For those of you who have raised children, you know that I am not exaggerating when I say that glitter is the herpes of your kids’ craft supplies.
For about a decade, I regularly found glitter on my face and stuck to odd parts of my body. And, if truth be told, I have passed glitter into our county’s solid waste stream.
So today I was starting some new demolition work at our new building and was concerned, nay – alarmed, to find some of the countertops painted purple with gold glitter. Then, as I was pulling up the fake plastic floor at the front of the storefront, I found that the antique heating registers were also glitter-studded.
I came home tonight and checked myself for glitter, pawing through my furry bits like I was looking for ticks.
So far, I’m clean.
But as I was removing the black curtains from under the bar, I encountered a bad omen. A disco ball – the ovary of the glitter world. It’s ours. Unless you come and claim it.
I have, I must admit, asked Matthew at Workshop Heaven to donate here. I will, where I can afford it, buy tools in, like the panel saws and see if I can upgrade my own tool box. I will then pass one of my saws on to the young person who will get this tool chest. (They only have one more month to apply.) I wanted a No 6 bench plane; what Matthew sent me very kindly was a 5-1/2 Quangsheng. My aim was to look at these planes again. When they first came on the market I reviewed them and was less than happy. They have since revised these planes and they seem to be getting a good place in the market. I am delighted by this. From the point of view of the young maker with shallow pockets, I hate it that good tools are shiny and rosewood decorated, and expensive.
I have got a Lie-Nielsen No 7 in one of the many student tool boxes here that is a strong candidate. It’s in use at the moment so Jon’s No 6 is showing in my images. My comparison is between the Cheap Chinese and the really good Yank.
First a credit to the work of one man. Tom Lie-Nielsen has done more to enable good making to carry on, in my lifetime, than anyone I know. Quite simply he has put tools out there that give you a chance. For years in the 1980s and 1990s I wrestled with steel bananas. Tool-shaped objects created by marketing departments and accountants that challenged anyone attempting to learn to make. What was wrong you, or the tool? That they were patently not fit for function took us some years to establish. I vividly remember one student flattening a Record No. 6 eight times in 12 months and the damn thing was still moving! Tom gave us flat planes, and publicly, I thank you. Veritas followed behind often with “that’s a great solution but what exactly was the problem?” Their contribution should also be applauded. Alan Reid at Clifton gathered the remnants of a destroyed Sheffield tool industry and heroically attempted to enable good affordable bench planes to be made available to us. His forged steel Victor blades were in all planes at Rowden that could be modified to take them. I am desperately sad that these blades are no longer being made and not offered by the new management at Clifton.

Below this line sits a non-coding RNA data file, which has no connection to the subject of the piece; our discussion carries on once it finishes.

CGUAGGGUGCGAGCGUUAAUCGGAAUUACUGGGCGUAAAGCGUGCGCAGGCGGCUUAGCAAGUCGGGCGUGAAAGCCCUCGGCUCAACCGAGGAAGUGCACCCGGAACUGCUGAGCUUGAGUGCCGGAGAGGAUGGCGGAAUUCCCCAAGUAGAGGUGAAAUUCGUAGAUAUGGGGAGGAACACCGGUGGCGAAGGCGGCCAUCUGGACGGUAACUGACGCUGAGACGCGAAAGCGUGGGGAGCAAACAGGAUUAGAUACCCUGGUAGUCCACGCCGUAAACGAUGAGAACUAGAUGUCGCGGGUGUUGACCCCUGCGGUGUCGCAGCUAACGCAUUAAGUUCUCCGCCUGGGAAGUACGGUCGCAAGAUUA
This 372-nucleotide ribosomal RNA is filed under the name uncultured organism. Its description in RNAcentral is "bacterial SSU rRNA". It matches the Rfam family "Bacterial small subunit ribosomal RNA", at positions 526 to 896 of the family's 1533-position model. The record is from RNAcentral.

The Western bench plane is a precise and complex version of a chisel stuck in a block of wood.
When any bench plane comes into the workshop at Rowden we check the perimeter flatness on a ground granite slab that has been certificated for compliance to almost atomic flatness. I remember it cost me an eye-watering amount of money. They go on this slab and our finest now rather crumpled feeler gauge is tested around the edge. Most planes these days get past this test (or they go back!!). It’s what is going on in middle of the plane surface that concerns us next.
Putting a straightedge across the plane sole from side to side now slip that feeler gauge under the blade in the centre of the plane sole. Tom’s planes generally come out quite well with half a thou being the worst. This we remedy in the time-honoured way with thick sheet glass, checked for flat, well-supported as a surface to work on. We use double-sided tape rather than spray adhesive and #180-grit wet and dry paper and a little water. There should no need to do too much work on the sole to get most of the hollow out. Wearing the abrasive unevenly is a challenge that good technique just about overcomes.
The LN No. 7 was pretty well spot-on, needing a very short dressing, but the Quangsheng showed a good three quarter thou hollow that I told Jon not to spend more than half an hour working on.
The LN No. 7 has a blade and back iron that does a great job. It’s A2 steel, which holds a decent edge for a long time. For stock removal and general work this is a good blade. For final shaving it’s is a little lacking in sharpness. But you would probably not use this plane for that purpose anyway.
The Quangsheng 5-1/2 is a potential finishing plane being small and fitted with a carbon steel O1 blade. I didn’t go and check this plane out as I have a walnut table in my studio being polished. But Jon set it up and got some pretty fine shavings.
In winding this up, to complicate a simple problem. I offer an image of my current bench plane. Chisel in block of wood, but it’s the most sophisticated version of a simple concept. I would not suggest this for the beginner. It’s like driving a Ferrari, you have to be good enough or it will kill you. But I offer it as an idea to those of you who are older and wiser and needing to conserve energy. These light, incredibly sharp tools can be very effective in the right hands. In Summer School I glued up my chest half day after my fastest students, but was able to catch up, by the afternoon, even allowing for glue to set up, as my planes were that much better at final finish.
Thank you Tom, thank you Matthew. Both planes are going in the tool chest for our young furniture maker.